Crime and criminality have been a critical and major discourse in Nigeria socio-political and economy life since independence and particularly after the civil war. It seems none of the successive governments has been able to checkmate the menace to an appreciable degree [Third United Nations Crime Survey, 1993]. The failure of the state and state actors in crime control has led groups and individuals to take laws into their own hands; this assertion is corroborated by Roberts and Oladeji , who observed that the perceived failure of the State in the area of public security as reflected in non-performance of the police led to the participation of the community in security management in Lagos and other parts of the south west. The most viable manifestation of this response in south west according to them is that of the Oodua people’s Congress [OPC].
In mushin for examples The level of crime was very high before OPC involvement in crime prevention in this community. Armed robbers were too many. Even there was a time that when these armed robbers came around and their victim does not have a colour television they can steal, they subject the person to vicious beating until one becomes breathless. I want to say the level of crime was high, the armed robbers often come in group of ten or twenty to attack their victims, life was not safe until the emergence of OPC.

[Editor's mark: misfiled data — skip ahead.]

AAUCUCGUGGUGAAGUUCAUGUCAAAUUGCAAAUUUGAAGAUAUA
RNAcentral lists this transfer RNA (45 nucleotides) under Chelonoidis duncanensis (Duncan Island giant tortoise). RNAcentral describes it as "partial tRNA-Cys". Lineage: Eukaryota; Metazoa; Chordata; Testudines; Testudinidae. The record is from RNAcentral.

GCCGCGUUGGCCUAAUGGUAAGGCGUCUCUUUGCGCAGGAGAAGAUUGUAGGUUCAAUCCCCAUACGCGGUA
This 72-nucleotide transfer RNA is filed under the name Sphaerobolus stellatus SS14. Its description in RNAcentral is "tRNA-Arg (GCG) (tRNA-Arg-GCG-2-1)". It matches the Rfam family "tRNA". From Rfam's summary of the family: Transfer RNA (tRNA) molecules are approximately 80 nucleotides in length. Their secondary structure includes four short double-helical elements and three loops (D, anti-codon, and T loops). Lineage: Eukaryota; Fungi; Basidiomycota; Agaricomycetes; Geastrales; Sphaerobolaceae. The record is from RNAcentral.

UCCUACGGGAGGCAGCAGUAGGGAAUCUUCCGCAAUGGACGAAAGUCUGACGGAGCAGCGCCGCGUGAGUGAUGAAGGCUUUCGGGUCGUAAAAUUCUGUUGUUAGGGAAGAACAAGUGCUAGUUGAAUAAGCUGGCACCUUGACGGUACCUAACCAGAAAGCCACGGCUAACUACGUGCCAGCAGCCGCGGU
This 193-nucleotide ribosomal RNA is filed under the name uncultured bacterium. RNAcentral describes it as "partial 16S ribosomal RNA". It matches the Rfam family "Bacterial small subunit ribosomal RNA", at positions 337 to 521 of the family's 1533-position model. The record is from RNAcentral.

Thus, from the data generated, crime level was high before OPC emergence in crime control. This upward trend in crime was attested by Alemike and Chukwuma  observation, that Nigeria has witnessed an upsurge in crime during the past two decades most especially Lagos the major hob of the nation’s economic and commercial activities even the most densely populated city. The increased level of crime might also be as a result of the pervasive and persistent increase level of deterioration in socio-economic conditions of the citizens, this condition gives room to poverty, inequity, disenchantment, frustration and hopelessness that on the long run find expression in criminality.
Having known the position of crime in The South West before OPC intervention, it is pertinent to look at the position after the intervention of OPC and its crime prevention related activities. This in other words, will give a clearer view of the impact of OPC in crime prevention. Respondents were asked to state in clear terms whether crime has reduced or it has been on the increase with OPC presence. In response to this, 99.0% affirmed that crime has drastically reduced, while 1.0% was negative. Majority distinctly supported the view that OPC has helped immensely to put crime in check.
An Opinion leader provided insight into OPC impact on crime rate in Ado-Ekiti thus:
The level of crime since OPC impact on crime prevention reduced. Actually we faced some problem with the government and the people when we employed the service of OPC men but we thank God that the people later embrace OPC, because the police were unable to help the people. Male IDI/Adi-Ekiti/ Opinion Leader [May 3, 2008]